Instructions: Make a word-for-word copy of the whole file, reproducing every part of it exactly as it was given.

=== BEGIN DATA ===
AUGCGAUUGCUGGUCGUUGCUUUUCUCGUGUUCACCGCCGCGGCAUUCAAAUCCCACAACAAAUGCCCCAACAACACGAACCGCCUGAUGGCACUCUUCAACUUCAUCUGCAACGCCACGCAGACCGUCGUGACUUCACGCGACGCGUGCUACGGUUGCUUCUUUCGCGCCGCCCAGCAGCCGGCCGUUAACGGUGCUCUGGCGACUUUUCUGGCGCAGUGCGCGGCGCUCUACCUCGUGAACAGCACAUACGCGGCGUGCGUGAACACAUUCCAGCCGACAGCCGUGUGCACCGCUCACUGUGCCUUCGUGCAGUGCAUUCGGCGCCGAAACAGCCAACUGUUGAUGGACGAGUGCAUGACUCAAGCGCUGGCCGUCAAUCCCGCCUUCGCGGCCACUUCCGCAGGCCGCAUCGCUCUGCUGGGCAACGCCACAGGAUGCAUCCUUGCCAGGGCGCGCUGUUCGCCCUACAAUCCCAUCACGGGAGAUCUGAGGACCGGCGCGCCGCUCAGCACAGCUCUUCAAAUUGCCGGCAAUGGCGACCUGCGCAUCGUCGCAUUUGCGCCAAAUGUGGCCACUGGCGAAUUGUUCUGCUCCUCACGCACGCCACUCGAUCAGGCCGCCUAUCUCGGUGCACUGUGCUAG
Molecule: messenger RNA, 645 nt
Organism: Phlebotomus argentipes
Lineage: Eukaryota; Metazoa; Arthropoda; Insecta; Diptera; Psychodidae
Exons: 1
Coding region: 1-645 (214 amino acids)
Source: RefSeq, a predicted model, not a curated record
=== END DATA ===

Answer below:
AUGCGAUUGCUGGUCGUUGCUUUUCUCGUGUUCACCGCCGCGGCAUUCAAAUCCCACAACAAAUGCCCCAACAACACGAACCGCCUGAUGGCACUCUUCAACUUCAUCUGCAACGCCACGCAGACCGUCGUGACUUCACGCGACGCGUGCUACGGUUGCUUCUUUCGCGCCGCCCAGCAGCCGGCCGUUAACGGUGCUCUGGCGACUUUUCUGGCGCAGUGCGCGGCGCUCUACCUCGUGAACAGCACAUACGCGGCGUGCGUGAACACAUUCCAGCCGACAGCCGUGUGCACCGCUCACUGUGCCUUCGUGCAGUGCAUUCGGCGCCGAAACAGCCAACUGUUGAUGGACGAGUGCAUGACUCAAGCGCUGGCCGUCAAUCCCGCCUUCGCGGCCACUUCCGCAGGCCGCAUCGCUCUGCUGGGCAACGCCACAGGAUGCAUCCUUGCCAGGGCGCGCUGUUCGCCCUACAAUCCCAUCACGGGAGAUCUGAGGACCGGCGCGCCGCUCAGCACAGCUCUUCAAAUUGCCGGCAAUGGCGACCUGCGCAUCGUCGCAUUUGCGCCAAAUGUGGCCACUGGCGAAUUGUUCUGCUCCUCACGCACGCCACUCGAUCAGGCCGCCUAUCUCGGUGCACUGUGCUAG
Molecule: messenger RNA, 645 nt
Organism: Phlebotomus argentipes
Lineage: Eukaryota; Metazoa; Arthropoda; Insecta; Diptera; Psychodidae
Exons: 1
Coding region: 1-645 (214 amino acids)
Source: RefSeq, a predicted model, not a curated record